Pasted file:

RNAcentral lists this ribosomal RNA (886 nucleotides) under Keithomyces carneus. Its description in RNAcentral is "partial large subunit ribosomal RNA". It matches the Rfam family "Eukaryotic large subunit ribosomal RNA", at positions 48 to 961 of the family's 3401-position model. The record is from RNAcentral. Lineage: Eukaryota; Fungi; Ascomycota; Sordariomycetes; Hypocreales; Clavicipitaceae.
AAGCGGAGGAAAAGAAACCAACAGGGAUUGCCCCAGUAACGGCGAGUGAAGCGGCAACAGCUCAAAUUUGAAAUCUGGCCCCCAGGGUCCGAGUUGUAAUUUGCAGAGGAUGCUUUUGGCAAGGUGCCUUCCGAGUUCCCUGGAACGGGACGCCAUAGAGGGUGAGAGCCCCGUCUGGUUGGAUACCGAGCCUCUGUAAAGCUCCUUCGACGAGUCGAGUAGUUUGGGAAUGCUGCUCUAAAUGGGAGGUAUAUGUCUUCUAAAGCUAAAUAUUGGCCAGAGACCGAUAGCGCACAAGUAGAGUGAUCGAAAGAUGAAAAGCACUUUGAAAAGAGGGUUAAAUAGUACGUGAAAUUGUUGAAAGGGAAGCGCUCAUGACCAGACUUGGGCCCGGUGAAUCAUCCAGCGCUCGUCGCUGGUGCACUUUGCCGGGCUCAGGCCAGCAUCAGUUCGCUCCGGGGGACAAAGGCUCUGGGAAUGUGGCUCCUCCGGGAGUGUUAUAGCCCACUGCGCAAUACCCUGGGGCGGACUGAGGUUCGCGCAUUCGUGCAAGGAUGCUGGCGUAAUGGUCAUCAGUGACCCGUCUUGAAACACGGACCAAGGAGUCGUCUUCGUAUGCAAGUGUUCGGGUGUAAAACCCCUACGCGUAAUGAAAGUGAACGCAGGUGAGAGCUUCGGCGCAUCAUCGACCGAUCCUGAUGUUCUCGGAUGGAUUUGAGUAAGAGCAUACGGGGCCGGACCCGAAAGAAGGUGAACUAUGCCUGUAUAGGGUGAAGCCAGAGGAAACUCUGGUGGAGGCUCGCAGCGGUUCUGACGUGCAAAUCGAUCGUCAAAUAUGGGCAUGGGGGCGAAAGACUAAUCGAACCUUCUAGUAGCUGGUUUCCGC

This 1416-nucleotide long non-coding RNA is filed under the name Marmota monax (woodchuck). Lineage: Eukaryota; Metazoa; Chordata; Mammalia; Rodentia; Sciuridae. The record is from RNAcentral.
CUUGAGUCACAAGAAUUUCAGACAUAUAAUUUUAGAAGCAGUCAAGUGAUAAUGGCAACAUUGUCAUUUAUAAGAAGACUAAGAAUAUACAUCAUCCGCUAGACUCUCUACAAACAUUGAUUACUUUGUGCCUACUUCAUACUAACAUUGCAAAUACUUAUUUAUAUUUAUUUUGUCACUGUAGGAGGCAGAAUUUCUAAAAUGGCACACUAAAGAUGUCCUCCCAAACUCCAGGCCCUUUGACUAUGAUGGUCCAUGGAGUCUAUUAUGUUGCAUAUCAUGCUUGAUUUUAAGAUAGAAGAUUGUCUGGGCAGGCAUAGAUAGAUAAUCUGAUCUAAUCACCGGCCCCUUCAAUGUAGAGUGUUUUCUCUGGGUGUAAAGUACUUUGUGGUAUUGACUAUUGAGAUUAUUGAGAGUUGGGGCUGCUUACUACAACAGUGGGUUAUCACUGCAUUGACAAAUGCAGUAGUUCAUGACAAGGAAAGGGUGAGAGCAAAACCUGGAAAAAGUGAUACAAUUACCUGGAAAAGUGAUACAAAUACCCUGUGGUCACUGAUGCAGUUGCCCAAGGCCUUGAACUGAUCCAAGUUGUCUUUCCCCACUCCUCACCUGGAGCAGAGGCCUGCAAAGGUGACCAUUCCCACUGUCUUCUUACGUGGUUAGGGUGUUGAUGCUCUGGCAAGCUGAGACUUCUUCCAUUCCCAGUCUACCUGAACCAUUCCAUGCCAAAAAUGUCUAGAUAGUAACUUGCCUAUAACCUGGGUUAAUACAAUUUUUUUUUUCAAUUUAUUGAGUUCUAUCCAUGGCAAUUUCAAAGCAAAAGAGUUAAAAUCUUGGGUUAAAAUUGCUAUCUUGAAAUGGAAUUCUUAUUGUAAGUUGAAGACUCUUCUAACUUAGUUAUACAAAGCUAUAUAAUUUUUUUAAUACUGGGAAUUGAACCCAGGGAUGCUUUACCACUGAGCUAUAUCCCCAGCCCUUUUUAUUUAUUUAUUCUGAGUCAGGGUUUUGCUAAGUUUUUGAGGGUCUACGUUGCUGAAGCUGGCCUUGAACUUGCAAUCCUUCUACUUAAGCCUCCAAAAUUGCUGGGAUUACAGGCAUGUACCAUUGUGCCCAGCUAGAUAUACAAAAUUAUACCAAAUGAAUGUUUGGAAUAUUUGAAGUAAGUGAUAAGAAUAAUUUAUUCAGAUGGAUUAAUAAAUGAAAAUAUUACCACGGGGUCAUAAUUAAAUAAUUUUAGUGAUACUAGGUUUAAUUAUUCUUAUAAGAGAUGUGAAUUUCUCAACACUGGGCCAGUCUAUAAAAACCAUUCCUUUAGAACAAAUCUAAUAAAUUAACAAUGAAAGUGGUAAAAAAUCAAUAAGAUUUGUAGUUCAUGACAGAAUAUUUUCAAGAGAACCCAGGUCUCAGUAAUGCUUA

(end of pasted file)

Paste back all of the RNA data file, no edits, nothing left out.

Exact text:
RNAcentral lists this ribosomal RNA (886 nucleotides) under Keithomyces carneus. Its description in RNAcentral is "partial large subunit ribosomal RNA". It matches the Rfam family "Eukaryotic large subunit ribosomal RNA", at positions 48 to 961 of the family's 3401-position model. The record is from RNAcentral. Lineage: Eukaryota; Fungi; Ascomycota; Sordariomycetes; Hypocreales; Clavicipitaceae.
AAGCGGAGGAAAAGAAACCAACAGGGAUUGCCCCAGUAACGGCGAGUGAAGCGGCAACAGCUCAAAUUUGAAAUCUGGCCCCCAGGGUCCGAGUUGUAAUUUGCAGAGGAUGCUUUUGGCAAGGUGCCUUCCGAGUUCCCUGGAACGGGACGCCAUAGAGGGUGAGAGCCCCGUCUGGUUGGAUACCGAGCCUCUGUAAAGCUCCUUCGACGAGUCGAGUAGUUUGGGAAUGCUGCUCUAAAUGGGAGGUAUAUGUCUUCUAAAGCUAAAUAUUGGCCAGAGACCGAUAGCGCACAAGUAGAGUGAUCGAAAGAUGAAAAGCACUUUGAAAAGAGGGUUAAAUAGUACGUGAAAUUGUUGAAAGGGAAGCGCUCAUGACCAGACUUGGGCCCGGUGAAUCAUCCAGCGCUCGUCGCUGGUGCACUUUGCCGGGCUCAGGCCAGCAUCAGUUCGCUCCGGGGGACAAAGGCUCUGGGAAUGUGGCUCCUCCGGGAGUGUUAUAGCCCACUGCGCAAUACCCUGGGGCGGACUGAGGUUCGCGCAUUCGUGCAAGGAUGCUGGCGUAAUGGUCAUCAGUGACCCGUCUUGAAACACGGACCAAGGAGUCGUCUUCGUAUGCAAGUGUUCGGGUGUAAAACCCCUACGCGUAAUGAAAGUGAACGCAGGUGAGAGCUUCGGCGCAUCAUCGACCGAUCCUGAUGUUCUCGGAUGGAUUUGAGUAAGAGCAUACGGGGCCGGACCCGAAAGAAGGUGAACUAUGCCUGUAUAGGGUGAAGCCAGAGGAAACUCUGGUGGAGGCUCGCAGCGGUUCUGACGUGCAAAUCGAUCGUCAAAUAUGGGCAUGGGGGCGAAAGACUAAUCGAACCUUCUAGUAGCUGGUUUCCGC

This 1416-nucleotide long non-coding RNA is filed under the name Marmota monax (woodchuck). Lineage: Eukaryota; Metazoa; Chordata; Mammalia; Rodentia; Sciuridae. The record is from RNAcentral.
CUUGAGUCACAAGAAUUUCAGACAUAUAAUUUUAGAAGCAGUCAAGUGAUAAUGGCAACAUUGUCAUUUAUAAGAAGACUAAGAAUAUACAUCAUCCGCUAGACUCUCUACAAACAUUGAUUACUUUGUGCCUACUUCAUACUAACAUUGCAAAUACUUAUUUAUAUUUAUUUUGUCACUGUAGGAGGCAGAAUUUCUAAAAUGGCACACUAAAGAUGUCCUCCCAAACUCCAGGCCCUUUGACUAUGAUGGUCCAUGGAGUCUAUUAUGUUGCAUAUCAUGCUUGAUUUUAAGAUAGAAGAUUGUCUGGGCAGGCAUAGAUAGAUAAUCUGAUCUAAUCACCGGCCCCUUCAAUGUAGAGUGUUUUCUCUGGGUGUAAAGUACUUUGUGGUAUUGACUAUUGAGAUUAUUGAGAGUUGGGGCUGCUUACUACAACAGUGGGUUAUCACUGCAUUGACAAAUGCAGUAGUUCAUGACAAGGAAAGGGUGAGAGCAAAACCUGGAAAAAGUGAUACAAUUACCUGGAAAAGUGAUACAAAUACCCUGUGGUCACUGAUGCAGUUGCCCAAGGCCUUGAACUGAUCCAAGUUGUCUUUCCCCACUCCUCACCUGGAGCAGAGGCCUGCAAAGGUGACCAUUCCCACUGUCUUCUUACGUGGUUAGGGUGUUGAUGCUCUGGCAAGCUGAGACUUCUUCCAUUCCCAGUCUACCUGAACCAUUCCAUGCCAAAAAUGUCUAGAUAGUAACUUGCCUAUAACCUGGGUUAAUACAAUUUUUUUUUUCAAUUUAUUGAGUUCUAUCCAUGGCAAUUUCAAAGCAAAAGAGUUAAAAUCUUGGGUUAAAAUUGCUAUCUUGAAAUGGAAUUCUUAUUGUAAGUUGAAGACUCUUCUAACUUAGUUAUACAAAGCUAUAUAAUUUUUUUAAUACUGGGAAUUGAACCCAGGGAUGCUUUACCACUGAGCUAUAUCCCCAGCCCUUUUUAUUUAUUUAUUCUGAGUCAGGGUUUUGCUAAGUUUUUGAGGGUCUACGUUGCUGAAGCUGGCCUUGAACUUGCAAUCCUUCUACUUAAGCCUCCAAAAUUGCUGGGAUUACAGGCAUGUACCAUUGUGCCCAGCUAGAUAUACAAAAUUAUACCAAAUGAAUGUUUGGAAUAUUUGAAGUAAGUGAUAAGAAUAAUUUAUUCAGAUGGAUUAAUAAAUGAAAAUAUUACCACGGGGUCAUAAUUAAAUAAUUUUAGUGAUACUAGGUUUAAUUAUUCUUAUAAGAGAUGUGAAUUUCUCAACACUGGGCCAGUCUAUAAAAACCAUUCCUUUAGAACAAAUCUAAUAAAUUAACAAUGAAAGUGGUAAAAAAUCAAUAAGAUUUGUAGUUCAUGACAGAAUAUUUUCAAGAGAACCCAGGUCUCAGUAAUGCUUA